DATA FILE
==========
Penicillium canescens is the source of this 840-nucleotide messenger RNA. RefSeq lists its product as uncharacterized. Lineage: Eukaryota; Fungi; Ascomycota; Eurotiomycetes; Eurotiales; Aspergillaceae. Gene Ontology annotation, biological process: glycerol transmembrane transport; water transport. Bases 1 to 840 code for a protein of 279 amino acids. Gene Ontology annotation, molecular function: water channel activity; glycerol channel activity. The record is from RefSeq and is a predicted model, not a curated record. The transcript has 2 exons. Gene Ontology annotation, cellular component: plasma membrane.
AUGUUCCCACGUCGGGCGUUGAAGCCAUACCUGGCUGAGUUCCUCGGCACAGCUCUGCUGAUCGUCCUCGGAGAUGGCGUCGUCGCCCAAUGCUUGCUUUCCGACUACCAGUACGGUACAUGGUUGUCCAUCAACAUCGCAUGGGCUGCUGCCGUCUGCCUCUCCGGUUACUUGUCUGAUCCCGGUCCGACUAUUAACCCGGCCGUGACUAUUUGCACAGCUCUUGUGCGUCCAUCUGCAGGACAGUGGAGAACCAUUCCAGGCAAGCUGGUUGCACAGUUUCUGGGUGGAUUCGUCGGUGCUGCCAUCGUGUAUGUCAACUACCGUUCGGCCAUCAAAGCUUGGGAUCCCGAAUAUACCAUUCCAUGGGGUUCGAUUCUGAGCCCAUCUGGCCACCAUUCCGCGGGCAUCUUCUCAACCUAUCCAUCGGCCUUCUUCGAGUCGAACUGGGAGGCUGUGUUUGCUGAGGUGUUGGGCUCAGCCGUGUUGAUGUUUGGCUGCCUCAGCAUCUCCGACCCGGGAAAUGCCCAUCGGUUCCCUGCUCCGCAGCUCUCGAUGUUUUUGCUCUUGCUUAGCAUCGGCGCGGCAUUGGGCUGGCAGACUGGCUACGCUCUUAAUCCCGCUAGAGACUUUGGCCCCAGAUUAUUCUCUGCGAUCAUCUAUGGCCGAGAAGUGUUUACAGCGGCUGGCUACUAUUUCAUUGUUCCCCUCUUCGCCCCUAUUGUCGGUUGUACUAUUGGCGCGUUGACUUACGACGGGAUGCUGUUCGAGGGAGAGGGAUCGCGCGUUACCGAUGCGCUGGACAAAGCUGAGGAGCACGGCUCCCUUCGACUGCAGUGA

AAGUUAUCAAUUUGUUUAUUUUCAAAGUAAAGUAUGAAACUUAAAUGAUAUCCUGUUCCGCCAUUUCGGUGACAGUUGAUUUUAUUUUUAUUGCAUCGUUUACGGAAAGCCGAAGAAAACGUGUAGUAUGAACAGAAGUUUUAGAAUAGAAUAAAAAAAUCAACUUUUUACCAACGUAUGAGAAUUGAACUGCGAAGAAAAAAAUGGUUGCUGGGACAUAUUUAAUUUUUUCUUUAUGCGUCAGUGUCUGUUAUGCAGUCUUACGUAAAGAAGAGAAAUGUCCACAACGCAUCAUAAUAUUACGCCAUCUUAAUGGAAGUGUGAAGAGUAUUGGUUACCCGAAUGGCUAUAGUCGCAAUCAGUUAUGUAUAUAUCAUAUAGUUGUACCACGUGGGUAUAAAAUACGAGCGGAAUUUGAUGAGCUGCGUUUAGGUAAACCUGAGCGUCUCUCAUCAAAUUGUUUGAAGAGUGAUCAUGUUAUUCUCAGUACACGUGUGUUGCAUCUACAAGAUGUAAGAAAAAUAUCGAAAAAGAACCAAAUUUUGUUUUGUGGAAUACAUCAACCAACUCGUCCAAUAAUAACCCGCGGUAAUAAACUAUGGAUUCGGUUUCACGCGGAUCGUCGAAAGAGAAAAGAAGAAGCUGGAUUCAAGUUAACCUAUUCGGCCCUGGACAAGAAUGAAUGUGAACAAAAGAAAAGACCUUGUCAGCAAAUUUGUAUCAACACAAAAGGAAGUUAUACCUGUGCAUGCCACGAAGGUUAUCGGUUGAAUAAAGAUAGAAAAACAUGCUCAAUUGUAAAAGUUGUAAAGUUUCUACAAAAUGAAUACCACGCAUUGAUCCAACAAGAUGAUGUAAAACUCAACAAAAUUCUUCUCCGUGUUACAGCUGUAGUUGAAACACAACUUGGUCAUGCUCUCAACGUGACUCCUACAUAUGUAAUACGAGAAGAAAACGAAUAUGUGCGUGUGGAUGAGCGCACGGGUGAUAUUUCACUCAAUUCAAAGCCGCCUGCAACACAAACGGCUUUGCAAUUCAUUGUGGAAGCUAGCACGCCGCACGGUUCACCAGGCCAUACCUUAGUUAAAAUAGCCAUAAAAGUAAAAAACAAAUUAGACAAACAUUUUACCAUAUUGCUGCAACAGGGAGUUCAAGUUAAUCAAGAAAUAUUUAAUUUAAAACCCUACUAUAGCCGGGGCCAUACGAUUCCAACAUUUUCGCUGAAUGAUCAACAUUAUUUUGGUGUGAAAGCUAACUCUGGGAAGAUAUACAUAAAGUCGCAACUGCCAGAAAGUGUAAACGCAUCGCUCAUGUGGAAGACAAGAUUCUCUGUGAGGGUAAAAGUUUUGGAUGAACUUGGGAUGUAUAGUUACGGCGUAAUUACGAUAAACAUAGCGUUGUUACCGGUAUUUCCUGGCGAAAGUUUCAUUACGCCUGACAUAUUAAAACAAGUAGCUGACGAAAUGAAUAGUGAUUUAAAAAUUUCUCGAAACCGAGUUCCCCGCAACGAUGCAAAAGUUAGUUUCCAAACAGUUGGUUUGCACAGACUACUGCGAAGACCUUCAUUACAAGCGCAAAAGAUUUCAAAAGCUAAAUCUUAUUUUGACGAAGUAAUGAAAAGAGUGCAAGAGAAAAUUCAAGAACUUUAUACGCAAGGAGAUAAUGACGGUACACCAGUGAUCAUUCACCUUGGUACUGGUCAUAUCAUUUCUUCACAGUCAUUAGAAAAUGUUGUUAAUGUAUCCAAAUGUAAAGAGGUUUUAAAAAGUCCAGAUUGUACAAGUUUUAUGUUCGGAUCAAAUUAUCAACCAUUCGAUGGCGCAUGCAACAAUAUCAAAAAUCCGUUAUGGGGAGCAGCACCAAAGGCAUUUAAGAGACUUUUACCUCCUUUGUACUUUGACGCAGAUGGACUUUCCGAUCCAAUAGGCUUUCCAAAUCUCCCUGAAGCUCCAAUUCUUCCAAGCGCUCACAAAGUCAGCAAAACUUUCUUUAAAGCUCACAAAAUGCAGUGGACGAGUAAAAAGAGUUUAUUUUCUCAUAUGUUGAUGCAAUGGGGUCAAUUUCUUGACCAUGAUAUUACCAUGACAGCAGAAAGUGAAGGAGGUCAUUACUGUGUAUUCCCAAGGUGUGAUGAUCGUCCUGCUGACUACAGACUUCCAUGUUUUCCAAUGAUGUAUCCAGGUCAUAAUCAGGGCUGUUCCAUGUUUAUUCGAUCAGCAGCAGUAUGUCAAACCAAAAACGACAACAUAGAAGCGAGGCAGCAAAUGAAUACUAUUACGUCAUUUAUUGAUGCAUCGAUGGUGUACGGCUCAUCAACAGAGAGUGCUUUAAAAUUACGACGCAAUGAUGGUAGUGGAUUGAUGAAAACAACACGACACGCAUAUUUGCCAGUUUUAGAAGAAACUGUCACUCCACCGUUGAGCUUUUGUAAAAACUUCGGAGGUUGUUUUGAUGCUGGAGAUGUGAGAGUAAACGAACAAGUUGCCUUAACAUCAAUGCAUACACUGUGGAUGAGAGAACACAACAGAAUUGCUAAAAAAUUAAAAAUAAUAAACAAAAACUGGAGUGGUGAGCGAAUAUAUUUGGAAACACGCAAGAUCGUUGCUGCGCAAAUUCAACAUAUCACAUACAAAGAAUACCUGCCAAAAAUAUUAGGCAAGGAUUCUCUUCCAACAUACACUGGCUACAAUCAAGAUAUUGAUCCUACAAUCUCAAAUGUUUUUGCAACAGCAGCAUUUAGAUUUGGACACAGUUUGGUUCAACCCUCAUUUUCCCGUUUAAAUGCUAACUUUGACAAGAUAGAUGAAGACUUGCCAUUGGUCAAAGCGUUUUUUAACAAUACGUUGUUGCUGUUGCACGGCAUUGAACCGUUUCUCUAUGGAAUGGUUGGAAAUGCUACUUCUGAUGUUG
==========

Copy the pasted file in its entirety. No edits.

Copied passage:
Penicillium canescens is the source of this 840-nucleotide messenger RNA. RefSeq lists its product as uncharacterized. Lineage: Eukaryota; Fungi; Ascomycota; Eurotiomycetes; Eurotiales; Aspergillaceae. Gene Ontology annotation, biological process: glycerol transmembrane transport; water transport. Bases 1 to 840 code for a protein of 279 amino acids. Gene Ontology annotation, molecular function: water channel activity; glycerol channel activity. The record is from RefSeq and is a predicted model, not a curated record. The transcript has 2 exons. Gene Ontology annotation, cellular component: plasma membrane.
AUGUUCCCACGUCGGGCGUUGAAGCCAUACCUGGCUGAGUUCCUCGGCACAGCUCUGCUGAUCGUCCUCGGAGAUGGCGUCGUCGCCCAAUGCUUGCUUUCCGACUACCAGUACGGUACAUGGUUGUCCAUCAACAUCGCAUGGGCUGCUGCCGUCUGCCUCUCCGGUUACUUGUCUGAUCCCGGUCCGACUAUUAACCCGGCCGUGACUAUUUGCACAGCUCUUGUGCGUCCAUCUGCAGGACAGUGGAGAACCAUUCCAGGCAAGCUGGUUGCACAGUUUCUGGGUGGAUUCGUCGGUGCUGCCAUCGUGUAUGUCAACUACCGUUCGGCCAUCAAAGCUUGGGAUCCCGAAUAUACCAUUCCAUGGGGUUCGAUUCUGAGCCCAUCUGGCCACCAUUCCGCGGGCAUCUUCUCAACCUAUCCAUCGGCCUUCUUCGAGUCGAACUGGGAGGCUGUGUUUGCUGAGGUGUUGGGCUCAGCCGUGUUGAUGUUUGGCUGCCUCAGCAUCUCCGACCCGGGAAAUGCCCAUCGGUUCCCUGCUCCGCAGCUCUCGAUGUUUUUGCUCUUGCUUAGCAUCGGCGCGGCAUUGGGCUGGCAGACUGGCUACGCUCUUAAUCCCGCUAGAGACUUUGGCCCCAGAUUAUUCUCUGCGAUCAUCUAUGGCCGAGAAGUGUUUACAGCGGCUGGCUACUAUUUCAUUGUUCCCCUCUUCGCCCCUAUUGUCGGUUGUACUAUUGGCGCGUUGACUUACGACGGGAUGCUGUUCGAGGGAGAGGGAUCGCGCGUUACCGAUGCGCUGGACAAAGCUGAGGAGCACGGCUCCCUUCGACUGCAGUGA

AAGUUAUCAAUUUGUUUAUUUUCAAAGUAAAGUAUGAAACUUAAAUGAUAUCCUGUUCCGCCAUUUCGGUGACAGUUGAUUUUAUUUUUAUUGCAUCGUUUACGGAAAGCCGAAGAAAACGUGUAGUAUGAACAGAAGUUUUAGAAUAGAAUAAAAAAAUCAACUUUUUACCAACGUAUGAGAAUUGAACUGCGAAGAAAAAAAUGGUUGCUGGGACAUAUUUAAUUUUUUCUUUAUGCGUCAGUGUCUGUUAUGCAGUCUUACGUAAAGAAGAGAAAUGUCCACAACGCAUCAUAAUAUUACGCCAUCUUAAUGGAAGUGUGAAGAGUAUUGGUUACCCGAAUGGCUAUAGUCGCAAUCAGUUAUGUAUAUAUCAUAUAGUUGUACCACGUGGGUAUAAAAUACGAGCGGAAUUUGAUGAGCUGCGUUUAGGUAAACCUGAGCGUCUCUCAUCAAAUUGUUUGAAGAGUGAUCAUGUUAUUCUCAGUACACGUGUGUUGCAUCUACAAGAUGUAAGAAAAAUAUCGAAAAAGAACCAAAUUUUGUUUUGUGGAAUACAUCAACCAACUCGUCCAAUAAUAACCCGCGGUAAUAAACUAUGGAUUCGGUUUCACGCGGAUCGUCGAAAGAGAAAAGAAGAAGCUGGAUUCAAGUUAACCUAUUCGGCCCUGGACAAGAAUGAAUGUGAACAAAAGAAAAGACCUUGUCAGCAAAUUUGUAUCAACACAAAAGGAAGUUAUACCUGUGCAUGCCACGAAGGUUAUCGGUUGAAUAAAGAUAGAAAAACAUGCUCAAUUGUAAAAGUUGUAAAGUUUCUACAAAAUGAAUACCACGCAUUGAUCCAACAAGAUGAUGUAAAACUCAACAAAAUUCUUCUCCGUGUUACAGCUGUAGUUGAAACACAACUUGGUCAUGCUCUCAACGUGACUCCUACAUAUGUAAUACGAGAAGAAAACGAAUAUGUGCGUGUGGAUGAGCGCACGGGUGAUAUUUCACUCAAUUCAAAGCCGCCUGCAACACAAACGGCUUUGCAAUUCAUUGUGGAAGCUAGCACGCCGCACGGUUCACCAGGCCAUACCUUAGUUAAAAUAGCCAUAAAAGUAAAAAACAAAUUAGACAAACAUUUUACCAUAUUGCUGCAACAGGGAGUUCAAGUUAAUCAAGAAAUAUUUAAUUUAAAACCCUACUAUAGCCGGGGCCAUACGAUUCCAACAUUUUCGCUGAAUGAUCAACAUUAUUUUGGUGUGAAAGCUAACUCUGGGAAGAUAUACAUAAAGUCGCAACUGCCAGAAAGUGUAAACGCAUCGCUCAUGUGGAAGACAAGAUUCUCUGUGAGGGUAAAAGUUUUGGAUGAACUUGGGAUGUAUAGUUACGGCGUAAUUACGAUAAACAUAGCGUUGUUACCGGUAUUUCCUGGCGAAAGUUUCAUUACGCCUGACAUAUUAAAACAAGUAGCUGACGAAAUGAAUAGUGAUUUAAAAAUUUCUCGAAACCGAGUUCCCCGCAACGAUGCAAAAGUUAGUUUCCAAACAGUUGGUUUGCACAGACUACUGCGAAGACCUUCAUUACAAGCGCAAAAGAUUUCAAAAGCUAAAUCUUAUUUUGACGAAGUAAUGAAAAGAGUGCAAGAGAAAAUUCAAGAACUUUAUACGCAAGGAGAUAAUGACGGUACACCAGUGAUCAUUCACCUUGGUACUGGUCAUAUCAUUUCUUCACAGUCAUUAGAAAAUGUUGUUAAUGUAUCCAAAUGUAAAGAGGUUUUAAAAAGUCCAGAUUGUACAAGUUUUAUGUUCGGAUCAAAUUAUCAACCAUUCGAUGGCGCAUGCAACAAUAUCAAAAAUCCGUUAUGGGGAGCAGCACCAAAGGCAUUUAAGAGACUUUUACCUCCUUUGUACUUUGACGCAGAUGGACUUUCCGAUCCAAUAGGCUUUCCAAAUCUCCCUGAAGCUCCAAUUCUUCCAAGCGCUCACAAAGUCAGCAAAACUUUCUUUAAAGCUCACAAAAUGCAGUGGACGAGUAAAAAGAGUUUAUUUUCUCAUAUGUUGAUGCAAUGGGGUCAAUUUCUUGACCAUGAUAUUACCAUGACAGCAGAAAGUGAAGGAGGUCAUUACUGUGUAUUCCCAAGGUGUGAUGAUCGUCCUGCUGACUACAGACUUCCAUGUUUUCCAAUGAUGUAUCCAGGUCAUAAUCAGGGCUGUUCCAUGUUUAUUCGAUCAGCAGCAGUAUGUCAAACCAAAAACGACAACAUAGAAGCGAGGCAGCAAAUGAAUACUAUUACGUCAUUUAUUGAUGCAUCGAUGGUGUACGGCUCAUCAACAGAGAGUGCUUUAAAAUUACGACGCAAUGAUGGUAGUGGAUUGAUGAAAACAACACGACACGCAUAUUUGCCAGUUUUAGAAGAAACUGUCACUCCACCGUUGAGCUUUUGUAAAAACUUCGGAGGUUGUUUUGAUGCUGGAGAUGUGAGAGUAAACGAACAAGUUGCCUUAACAUCAAUGCAUACACUGUGGAUGAGAGAACACAACAGAAUUGCUAAAAAAUUAAAAAUAAUAAACAAAAACUGGAGUGGUGAGCGAAUAUAUUUGGAAACACGCAAGAUCGUUGCUGCGCAAAUUCAACAUAUCACAUACAAAGAAUACCUGCCAAAAAUAUUAGGCAAGGAUUCUCUUCCAACAUACACUGGCUACAAUCAAGAUAUUGAUCCUACAAUCUCAAAUGUUUUUGCAACAGCAGCAUUUAGAUUUGGACACAGUUUGGUUCAACCCUCAUUUUCCCGUUUAAAUGCUAACUUUGACAAGAUAGAUGAAGACUUGCCAUUGGUCAAAGCGUUUUUUAACAAUACGUUGUUGCUGUUGCACGGCAUUGAACCGUUUCUCUAUGGAAUGGUUGGAAAUGCUACUUCUGAUGUUG